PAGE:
The Role of the Executor

There are plenty of fancy words in law that actually have very basic definitions. Estate planning law is no different, with plenty of legal terms that can often be hard to unpack and understand. One such term that gets thrown around a great deal in the field of estate planning is “executor.” Who is an executor? What is their role? The following information may help you understand more about an executor and their role in your estate planning.

What is an executor?

The person creating a Will, known as the testator, will name someone that will be responsible for administering the provisions of the will in compliance with the law known as the executor. Basically, an executor oversees making sure that debts are paid and remaining assets are distributed per the testator’s wishes. Depending on the characteristics of your estate, some of the executor’s jobs may include:

  •      Communicating the testator’s wishes to family and other beneficiaries;
  •      Distribution of assets per the testator’s wishes;
  •      Communicating with beneficiaries to keep them updated on the process of administering the estate;
  •      Selling of property per the testator’s wishes or, possibly, court order;
  •      Paying creditors and other entities to settle debts with money from the estate;
  •      Ensuring compliance with provisions of the estate; and
  •      Finalizing the administration of the state in compliance with the law.

An executor doesn’t start managing your estate until after you pass away. It is important to select an individual or organization that you trust and to make sure that all documentation is accurate, complete, up-to-date, and complies with the law. Your estate planning attorney can review your estate plan with you and help you make any necessary updates or modifications.

Who is eligible to be an executor?

While the role of the executor may seem relatively simple, the process can be complex and time-consuming. You want to select an individual that you are confident can perform the necessary tasks in line with your wishes. In New York, as in most states, anyone can be an executor as long they are at least 18 years of age and of sound mind to be able to carry out their duties.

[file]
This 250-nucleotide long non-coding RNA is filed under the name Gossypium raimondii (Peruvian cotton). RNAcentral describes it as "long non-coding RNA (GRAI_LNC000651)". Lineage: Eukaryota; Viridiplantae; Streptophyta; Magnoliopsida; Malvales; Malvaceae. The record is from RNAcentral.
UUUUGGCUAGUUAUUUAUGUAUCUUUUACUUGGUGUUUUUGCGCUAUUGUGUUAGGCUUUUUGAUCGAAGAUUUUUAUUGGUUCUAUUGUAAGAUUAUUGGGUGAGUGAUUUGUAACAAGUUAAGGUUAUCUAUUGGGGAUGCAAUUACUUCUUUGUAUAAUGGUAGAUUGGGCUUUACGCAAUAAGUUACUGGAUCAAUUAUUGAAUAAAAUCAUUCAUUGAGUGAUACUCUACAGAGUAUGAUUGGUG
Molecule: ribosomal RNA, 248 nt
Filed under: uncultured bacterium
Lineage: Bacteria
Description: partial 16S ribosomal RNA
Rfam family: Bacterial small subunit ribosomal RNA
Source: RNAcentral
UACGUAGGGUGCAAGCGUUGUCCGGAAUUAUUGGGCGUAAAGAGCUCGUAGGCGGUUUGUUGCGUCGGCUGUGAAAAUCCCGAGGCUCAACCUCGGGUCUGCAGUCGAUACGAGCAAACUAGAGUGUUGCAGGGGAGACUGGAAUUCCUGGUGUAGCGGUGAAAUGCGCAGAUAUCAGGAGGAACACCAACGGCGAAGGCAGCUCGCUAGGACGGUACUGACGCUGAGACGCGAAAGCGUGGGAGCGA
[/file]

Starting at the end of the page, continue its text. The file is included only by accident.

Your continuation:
Also, individuals with felony convictions are not allowed to serve as executors. New York Surrogate’s Court Procedural Act §707 denies a person the ability to serve as executor if that person has issues with “substance abuse, dishonesty, improvidence, a want of understanding,” or has other qualities that may make them unfit to serve as an executor. There is also a chance that an individual that cannot read and write fluently in English could be barred from serving as an executor depending on the circumstances of the individual case.

The rules about who can and cannot serve as an executor allow for a broad range of people to serve in the role. One important thing to consider is if the person you have named as executor will be around to do so. It’s generally not advisable to select your best friend because they are likely close to your age, and it is difficult to determine if they will be able to fulfill their duties when the time comes either because of incapacity or potentially their own death.

Many individuals choose an entity, like a bank, to serve as their executor. These types of entities are usually impartial and likely to retain existence for many years to come. You should also keep in mind that executor fees are established by statute, so make sure to factor in executor fees when designing your estate plan.

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